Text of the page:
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'Black Jack' a rock star in Newcomerstown

By ROGER METZGER GateHouse Ohio Media Published: June 28, 2017 12:00 AM
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Jack McDowell felt like a rock star again this past weekend.

McDowell, the 1993 American League Cy Young Award winner, was the featured guest and Grand Marshal of the Cy Young Days Festival luncheon and parade Saturday in Newcomerstown.

"I'm really excited about this," said McDowell in a telephone interview from his home in Charlotte, N.C. "This is a pretty cool thing. We're (my family) made a weekend of it."

McDowell's plans also included an Indians game and the Rock and Roll Hall of Fame.

The former star pitcher for the Chicago White Sox, New York Yankees, Cleveland Indians and Anaheim Angels spoke at the luncheon, signed autographs, answered questions from the attendees and was available for pictures. The event was held at the Laborers Local 134 Hall at the corner of River and Main Streets in Newcomerstown.

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Laborers Local 134 also sponsored the luncheon.

McDowell, who also dabbled as a professional musician with his bands V.I.E.W. and Stickfigure during the offseasons of his playing days, participated in the festival parade.

Nicknamed "Black Jack," McDowell was a three-time All-Star and won the American League Cy Young Award in 1993 as a member of the White Sox with a 22-10 record.

"Everything just went right that season," said McDowell, 51. "It was a great year for me personally and for the White Sox. We had some good young talent on those teams."

The right-hander pitched 12 seasons in the big leagues with a career record of 127-87 and an ERA of 3.85.

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"I wasn't a big-time strikeout pitcher, but I felt I could give a team seven or eight innings every start," said McDowell. "Overall, it was a pretty good career."

McDowell was drafted by the Chicago White Sox in the first round (fifth pick) of the 1987 amateur draft out of Stanford University. After only six games in the minor leagues, he made his Major League debut on Sept. 15, 1987. He pitched seven shutout innings against the Minnesota Twins that day to pick up the win. In four starts, he was 3-0 with a 1.93 ERA.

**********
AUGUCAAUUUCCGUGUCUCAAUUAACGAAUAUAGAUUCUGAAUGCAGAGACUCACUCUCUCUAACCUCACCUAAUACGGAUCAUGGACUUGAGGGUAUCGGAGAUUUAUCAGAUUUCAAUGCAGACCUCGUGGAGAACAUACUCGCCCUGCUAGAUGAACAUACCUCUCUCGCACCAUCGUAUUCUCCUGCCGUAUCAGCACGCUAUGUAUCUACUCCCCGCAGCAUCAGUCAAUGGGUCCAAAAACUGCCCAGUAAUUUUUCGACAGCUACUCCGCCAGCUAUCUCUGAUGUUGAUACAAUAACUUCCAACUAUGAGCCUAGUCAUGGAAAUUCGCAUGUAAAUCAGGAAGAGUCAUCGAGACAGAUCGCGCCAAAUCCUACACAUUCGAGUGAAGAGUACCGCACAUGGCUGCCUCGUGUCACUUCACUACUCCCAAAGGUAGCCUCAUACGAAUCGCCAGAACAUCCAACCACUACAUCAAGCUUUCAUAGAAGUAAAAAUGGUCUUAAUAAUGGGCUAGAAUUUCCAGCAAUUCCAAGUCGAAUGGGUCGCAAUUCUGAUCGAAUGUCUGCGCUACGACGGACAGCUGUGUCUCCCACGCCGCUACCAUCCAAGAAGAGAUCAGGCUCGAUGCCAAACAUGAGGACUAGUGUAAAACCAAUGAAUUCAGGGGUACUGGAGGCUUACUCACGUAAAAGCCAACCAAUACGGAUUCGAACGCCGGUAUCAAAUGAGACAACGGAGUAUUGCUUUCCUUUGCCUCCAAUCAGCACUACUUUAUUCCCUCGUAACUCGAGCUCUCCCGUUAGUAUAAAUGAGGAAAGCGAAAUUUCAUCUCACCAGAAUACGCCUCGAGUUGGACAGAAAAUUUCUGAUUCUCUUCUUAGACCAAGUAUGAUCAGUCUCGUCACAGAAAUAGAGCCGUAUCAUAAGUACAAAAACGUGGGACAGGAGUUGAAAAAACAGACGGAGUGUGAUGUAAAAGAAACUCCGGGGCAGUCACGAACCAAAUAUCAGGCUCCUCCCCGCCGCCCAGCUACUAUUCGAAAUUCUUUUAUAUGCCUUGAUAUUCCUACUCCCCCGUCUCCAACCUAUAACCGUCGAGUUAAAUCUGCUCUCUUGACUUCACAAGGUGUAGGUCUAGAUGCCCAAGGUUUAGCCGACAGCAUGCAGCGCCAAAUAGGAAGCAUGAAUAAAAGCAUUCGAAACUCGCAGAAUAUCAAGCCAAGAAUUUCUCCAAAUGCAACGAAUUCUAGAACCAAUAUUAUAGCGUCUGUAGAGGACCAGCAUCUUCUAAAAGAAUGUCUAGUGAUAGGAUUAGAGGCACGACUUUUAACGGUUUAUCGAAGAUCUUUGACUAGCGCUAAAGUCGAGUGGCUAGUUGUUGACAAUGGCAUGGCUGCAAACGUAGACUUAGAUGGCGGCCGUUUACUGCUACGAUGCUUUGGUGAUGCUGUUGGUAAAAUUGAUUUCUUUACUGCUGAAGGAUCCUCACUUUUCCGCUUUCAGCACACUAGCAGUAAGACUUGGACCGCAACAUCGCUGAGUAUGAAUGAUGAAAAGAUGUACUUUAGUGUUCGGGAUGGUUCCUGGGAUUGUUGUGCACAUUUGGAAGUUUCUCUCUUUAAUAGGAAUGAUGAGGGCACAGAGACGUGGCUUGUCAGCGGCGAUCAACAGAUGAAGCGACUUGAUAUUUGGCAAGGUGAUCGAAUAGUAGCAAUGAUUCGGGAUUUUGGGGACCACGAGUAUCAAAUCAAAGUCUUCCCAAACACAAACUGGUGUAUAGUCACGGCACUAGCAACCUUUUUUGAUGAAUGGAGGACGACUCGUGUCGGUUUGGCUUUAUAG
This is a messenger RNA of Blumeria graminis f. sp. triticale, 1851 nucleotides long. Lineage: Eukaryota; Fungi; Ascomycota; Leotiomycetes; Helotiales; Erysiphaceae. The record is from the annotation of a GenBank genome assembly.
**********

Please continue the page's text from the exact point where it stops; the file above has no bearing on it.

In 1988, he was 5-10 with a 3.97 ERA in 26 starts for the White Sox.

By the early 1990s, he had established himself as one of the most dependable pitchers in the game, pitching effectively and recording over 250 innings each season from 1991 to 1993. He was selected to the Major League Baseball All-Star Game each of those years. He won 20 games in 1992 and 22 in 1993, when he won the American League Cy Young Award and led the White Sox to the postseason. They lost in the 1993 American League Championship Series to the Toronto Blue Jays, who went on to win the World Series.

From 1988 until 1995, his ERA each season was consistently between three and four, well below the league average. In 1993, he set a modern (post-1950) record by recording a decision in each of his first 27 starts.

After the 1994 season, McDowell was traded to the New York Yankees, where he spent one season in the Big Apple, posting a 15-10 record with a 3.93 ERA in 30 starts.

McDowell spent 1996 1997 with Cleveland Indians. In 1996, he was 13-9 with a 5.11 ERA in 30 starts. But in 1997 he made only six starts due to an injury, which may have been made worse by his trying to pitch through it.

"It was kind of bittersweet," admits McDowell. "It was a great team to play for, but it was the first time I had ever been on the DL (with a strained forearm). The next year is basically when my career ended (with an elbow injury)."

"It was an All-Star team out there everyday with Albert Belle, Kenny Lofton and Manny Ramirez in the outfield, Matt Williams at third, Omar Vizquel at short, Carlos Baerga at second and Jim Thome at first," recalled McDowell.

McDowell joined the pitching staff with Orel Hershiser, Dennis Martinez, Charles Nagy and Chad Ogea.

He signed as a free agent with the Anaheim Angels in 1998, but was hampered with injuries during his time with the team. He was 5-7 with a 5.68 ERA in 18 starts over two seasons. He was released by the Angels after the 1999 season and retired from baseball.

On March 2, 2017, Queens University of Charlotte announced that McDowell will be the head coach for its new baseball team. The team will compete in its first season in 2018 as a club sport before entering Division II competition the following season.

"I'm sitting here right now looking at a computer, preparing," McDowell said about his new job. "I can't wait for this thing to get started and get out on the field."

McDowell's band's V.I.E.W. and Stickfigure had moderate success and the latter even opened for The Smithereens, but playing rock and roll professionally went by the wayside.

"When I finished my playing career in 1999, the music business was changing so much I kind of lost my taste for it," said McDowell.

"It took up a lot of time and quite frankly, I don't think I could stay up until 10 o'clock," he joked.

Reach Roger at 330-364-8427 or

roger.metzger@timesreporter.com


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